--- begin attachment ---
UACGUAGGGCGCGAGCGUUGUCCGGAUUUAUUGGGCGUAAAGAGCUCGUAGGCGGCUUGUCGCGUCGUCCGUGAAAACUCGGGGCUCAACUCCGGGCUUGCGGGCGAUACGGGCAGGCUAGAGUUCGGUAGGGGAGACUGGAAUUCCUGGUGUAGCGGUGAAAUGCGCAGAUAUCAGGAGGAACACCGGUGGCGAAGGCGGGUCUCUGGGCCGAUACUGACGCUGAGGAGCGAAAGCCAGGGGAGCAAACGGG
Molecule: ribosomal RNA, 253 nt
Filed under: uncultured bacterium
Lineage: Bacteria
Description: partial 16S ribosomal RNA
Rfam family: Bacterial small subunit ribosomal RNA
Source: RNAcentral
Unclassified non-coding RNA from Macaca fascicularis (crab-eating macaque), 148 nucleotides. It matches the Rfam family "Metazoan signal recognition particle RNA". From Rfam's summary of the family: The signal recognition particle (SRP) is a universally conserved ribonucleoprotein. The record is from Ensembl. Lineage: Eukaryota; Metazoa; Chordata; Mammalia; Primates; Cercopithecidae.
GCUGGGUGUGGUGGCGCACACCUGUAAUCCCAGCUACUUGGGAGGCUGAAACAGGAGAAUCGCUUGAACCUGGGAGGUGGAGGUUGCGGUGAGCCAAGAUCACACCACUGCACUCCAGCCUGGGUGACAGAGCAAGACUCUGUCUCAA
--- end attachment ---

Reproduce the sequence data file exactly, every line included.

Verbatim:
UACGUAGGGCGCGAGCGUUGUCCGGAUUUAUUGGGCGUAAAGAGCUCGUAGGCGGCUUGUCGCGUCGUCCGUGAAAACUCGGGGCUCAACUCCGGGCUUGCGGGCGAUACGGGCAGGCUAGAGUUCGGUAGGGGAGACUGGAAUUCCUGGUGUAGCGGUGAAAUGCGCAGAUAUCAGGAGGAACACCGGUGGCGAAGGCGGGUCUCUGGGCCGAUACUGACGCUGAGGAGCGAAAGCCAGGGGAGCAAACGGG
Molecule: ribosomal RNA, 253 nt
Filed under: uncultured bacterium
Lineage: Bacteria
Description: partial 16S ribosomal RNA
Rfam family: Bacterial small subunit ribosomal RNA
Source: RNAcentral
Unclassified non-coding RNA from Macaca fascicularis (crab-eating macaque), 148 nucleotides. It matches the Rfam family "Metazoan signal recognition particle RNA". From Rfam's summary of the family: The signal recognition particle (SRP) is a universally conserved ribonucleoprotein. The record is from Ensembl. Lineage: Eukaryota; Metazoa; Chordata; Mammalia; Primates; Cercopithecidae.
GCUGGGUGUGGUGGCGCACACCUGUAAUCCCAGCUACUUGGGAGGCUGAAACAGGAGAAUCGCUUGAACCUGGGAGGUGGAGGUUGCGGUGAGCCAAGAUCACACCACUGCACUCCAGCCUGGGUGACAGAGCAAGACUCUGUCUCAA